How to compete for tenants when vacancy rates are high

Fuelled by low interest rates, home lending to property investors is at a record high – leading to the prospect of increased competition between landlords hoping to attract tenants.

Here are 10 tips for landlords and property managers in a high-vacancy-rate scenario:

  1. If the vacant property lacks a dishwasher, heating, cooling, an outdoor entertaining area or adequate storage, adding these popular items could get it rented out faster. A fresh coat of paint can also work wonders.
  2. Many advertisements for rental properties are not appealing – with poor photos, no floor plan and a cursory description that fails to appeal to tenants’ emotion as well as their wallets. If you commission a floor plan and professional photos – which can have virtual “furniture” added for scale – you can use them every time your property is vacant. Make sure the text in the advertisement sells tenants on the experience of living in the property, not just the number of bedrooms.
  3. Some agencies are starting to experiment with using video in advertisements, which could be worth a try.
  4. Australians are a nation of pet lovers. If you allow pets, you’ve got a far wider pool of prospective occupants – and much less competition as many landlords won’t allow pets.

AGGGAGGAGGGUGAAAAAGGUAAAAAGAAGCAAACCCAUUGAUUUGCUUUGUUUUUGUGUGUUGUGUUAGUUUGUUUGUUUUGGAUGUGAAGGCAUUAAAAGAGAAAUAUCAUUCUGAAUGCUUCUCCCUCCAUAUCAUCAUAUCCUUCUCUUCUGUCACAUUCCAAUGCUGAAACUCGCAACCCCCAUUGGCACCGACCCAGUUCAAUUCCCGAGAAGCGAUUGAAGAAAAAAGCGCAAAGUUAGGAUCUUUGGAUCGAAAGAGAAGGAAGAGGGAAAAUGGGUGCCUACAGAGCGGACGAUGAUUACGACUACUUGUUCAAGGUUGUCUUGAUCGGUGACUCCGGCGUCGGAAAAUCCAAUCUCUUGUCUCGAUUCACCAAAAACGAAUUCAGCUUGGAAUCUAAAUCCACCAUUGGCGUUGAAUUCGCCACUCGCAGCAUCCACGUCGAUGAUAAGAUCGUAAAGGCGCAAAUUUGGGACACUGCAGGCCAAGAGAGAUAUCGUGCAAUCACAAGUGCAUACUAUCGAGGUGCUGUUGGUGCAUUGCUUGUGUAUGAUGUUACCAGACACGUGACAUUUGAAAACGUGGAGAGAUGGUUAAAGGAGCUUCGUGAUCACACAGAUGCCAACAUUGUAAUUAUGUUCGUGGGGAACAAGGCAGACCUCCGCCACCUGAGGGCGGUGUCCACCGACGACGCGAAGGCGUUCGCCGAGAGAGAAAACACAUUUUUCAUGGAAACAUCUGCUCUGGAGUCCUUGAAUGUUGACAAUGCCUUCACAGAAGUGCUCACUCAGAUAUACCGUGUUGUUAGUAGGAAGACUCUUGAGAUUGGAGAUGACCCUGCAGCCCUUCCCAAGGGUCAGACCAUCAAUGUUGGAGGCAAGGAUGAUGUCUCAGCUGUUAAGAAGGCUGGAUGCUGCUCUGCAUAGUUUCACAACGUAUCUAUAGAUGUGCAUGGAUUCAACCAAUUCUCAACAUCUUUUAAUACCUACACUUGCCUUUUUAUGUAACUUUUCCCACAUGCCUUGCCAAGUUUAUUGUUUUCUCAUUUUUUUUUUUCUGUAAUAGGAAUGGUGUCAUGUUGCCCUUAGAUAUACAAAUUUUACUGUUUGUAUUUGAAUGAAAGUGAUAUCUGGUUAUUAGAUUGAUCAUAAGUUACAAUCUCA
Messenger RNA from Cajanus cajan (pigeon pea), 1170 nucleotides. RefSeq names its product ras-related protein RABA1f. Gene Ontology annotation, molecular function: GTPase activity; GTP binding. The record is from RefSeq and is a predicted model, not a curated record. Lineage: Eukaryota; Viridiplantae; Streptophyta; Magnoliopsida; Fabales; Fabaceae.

5. When properties are in plentiful supply, prospective tenants can afford to only attend open house inspections that are at a convenient time for them – make sure the property is open for inspection at least twice a week, including on the weekend.
  6. Get feedback from prospective tenants at the opens. Are they interested? If not, why? Is it something you can address?
  7. Be flexible in the length of the lease – some tenants want the certainty of a two-year lease, others may only need six months.
  8. If you do drop the rent to get a tenant, don’t forget to be extra vigilant when it comes to subsequent regular rent rises – moving is a hassle and most tenants are prepared to pay extra to avoid it.
  9. Don’t lower your standards too far – it’s better to have no tenant than a tenant who is always late with the rent or leaves your property trashed.
  10. If your property is vacant for an extended period of time, it is important to notify your landlord insurance provider to discuss the implications and make sure you remain covered.
  11. Consider changing your approach – would the property be more in demand if it were furnished, or available for short-term let?